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European Union formally accuses Samsung of antitrust violations in patent investigation (update)

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We heard yesterday that the European Union was going to be bringing charges against Samsung for unfairly trying to prevent Apple and other competitors from using some of its standards-essential patents, and today the other shoe dropped. Reuters is reporting that the EU sent the company a formal Statement of Objections earlier today, which said that it has come to the conclusion that Samsung was taking advantage of its position unfairly.

It's the result of an antitrust investigation that has been festering since January, with the EU concerned that Samsung had been using several standards-essential patents it owns to block competition and innovation, rather than licensing them to competitors under the fair, reasonable, and non-discriminatory (FRAND) terms required. Of specific concern have been Samsung's attempts to seek injunctions over the accused infringement of FRAND patents — an issue that the FTC has now raised numerous times as well.

As for next steps, Samsung will have the opportunity to review the statement and request further discussions with EU regulators, possibly even before the full details of the complaints become public knowledge. "Intellectual property rights are an important cornerstone of the single market," EU Competition Commissioner Joaquin Almunia said in a statement. "However, such rights should not be misused when they are essential to implement industry standards, which bring huge benefits to businesses and consumers alike."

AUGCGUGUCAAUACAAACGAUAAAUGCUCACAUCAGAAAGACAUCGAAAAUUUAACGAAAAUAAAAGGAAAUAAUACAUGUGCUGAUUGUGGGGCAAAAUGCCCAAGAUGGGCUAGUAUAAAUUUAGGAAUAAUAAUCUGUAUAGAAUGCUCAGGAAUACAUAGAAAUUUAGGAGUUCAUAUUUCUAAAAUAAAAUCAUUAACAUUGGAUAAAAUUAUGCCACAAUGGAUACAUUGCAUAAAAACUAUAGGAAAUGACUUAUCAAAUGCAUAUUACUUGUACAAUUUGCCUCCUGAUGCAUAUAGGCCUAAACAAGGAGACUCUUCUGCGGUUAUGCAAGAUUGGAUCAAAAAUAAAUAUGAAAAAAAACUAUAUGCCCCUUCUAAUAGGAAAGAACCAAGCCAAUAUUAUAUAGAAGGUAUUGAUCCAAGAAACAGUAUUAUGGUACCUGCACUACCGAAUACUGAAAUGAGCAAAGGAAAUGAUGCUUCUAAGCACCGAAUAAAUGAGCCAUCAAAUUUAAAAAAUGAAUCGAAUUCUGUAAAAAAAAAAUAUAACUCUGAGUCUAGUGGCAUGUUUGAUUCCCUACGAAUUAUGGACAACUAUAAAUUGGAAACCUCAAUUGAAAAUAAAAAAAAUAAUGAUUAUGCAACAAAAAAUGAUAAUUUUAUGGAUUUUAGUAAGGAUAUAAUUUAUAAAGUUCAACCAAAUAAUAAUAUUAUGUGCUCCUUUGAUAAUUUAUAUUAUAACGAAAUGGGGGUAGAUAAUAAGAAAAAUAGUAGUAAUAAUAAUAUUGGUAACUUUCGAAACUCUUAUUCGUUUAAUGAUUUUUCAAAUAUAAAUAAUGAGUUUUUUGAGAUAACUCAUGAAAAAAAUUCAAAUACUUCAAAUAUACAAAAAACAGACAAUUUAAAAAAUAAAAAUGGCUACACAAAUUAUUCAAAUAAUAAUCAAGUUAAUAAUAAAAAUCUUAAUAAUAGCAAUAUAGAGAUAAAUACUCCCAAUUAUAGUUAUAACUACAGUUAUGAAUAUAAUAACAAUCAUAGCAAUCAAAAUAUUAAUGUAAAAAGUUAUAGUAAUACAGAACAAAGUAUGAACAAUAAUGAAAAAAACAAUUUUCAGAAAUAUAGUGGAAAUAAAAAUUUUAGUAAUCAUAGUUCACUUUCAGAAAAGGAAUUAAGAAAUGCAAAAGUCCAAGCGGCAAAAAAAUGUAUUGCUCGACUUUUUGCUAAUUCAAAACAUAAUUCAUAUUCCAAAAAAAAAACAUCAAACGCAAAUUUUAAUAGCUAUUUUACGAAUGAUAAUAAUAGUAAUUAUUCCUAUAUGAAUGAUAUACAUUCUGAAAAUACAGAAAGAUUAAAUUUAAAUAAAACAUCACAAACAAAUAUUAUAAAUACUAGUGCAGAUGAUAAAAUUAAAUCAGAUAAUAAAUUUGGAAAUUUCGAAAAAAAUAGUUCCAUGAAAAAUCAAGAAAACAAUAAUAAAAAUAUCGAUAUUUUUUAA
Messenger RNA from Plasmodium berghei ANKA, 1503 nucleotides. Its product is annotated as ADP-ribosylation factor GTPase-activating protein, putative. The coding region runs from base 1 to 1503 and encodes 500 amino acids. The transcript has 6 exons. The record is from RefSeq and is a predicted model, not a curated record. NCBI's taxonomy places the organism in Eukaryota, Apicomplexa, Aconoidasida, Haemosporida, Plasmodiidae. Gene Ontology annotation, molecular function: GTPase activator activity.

Update: Samsung has provided us with a written statement in response to the news:

"The European Commission announced today that it sent to Samsung a Statement of Objections regarding the enforcement of standard essential patents. We are studying the statement and will firmly defend ourselves against any misconceived allegations. We will continue to fully cooperate with the Commission. Samsung is confident that in due course the Commission will conclude that we have acted in compliance with EU competition laws."

Update 2: Samsung has now distributed a revised statement, taking on a much more defensive tone and blaming Apple for forcing its hand.

"Samsung has been and remains committed to licensing our standard essential patents (SEP) on fair, reasonable and non-discriminatory (FRAND) terms. Samsung had no choice but to seek injunctions based on SEPs due to Apple's unwillingness to enter into good-faith negotiations and to defend ourselves against Apple which sued us first.

No injunctions have been granted against Apple in any EU Member State and we already decided to withdraw our injunction requests against Apple on the basis of our SEPs pending in European courts. We will continue to fully cooperate with the Commission and are confident that in due course the Commission will conclude that we have acted in full compliance with EU competition laws."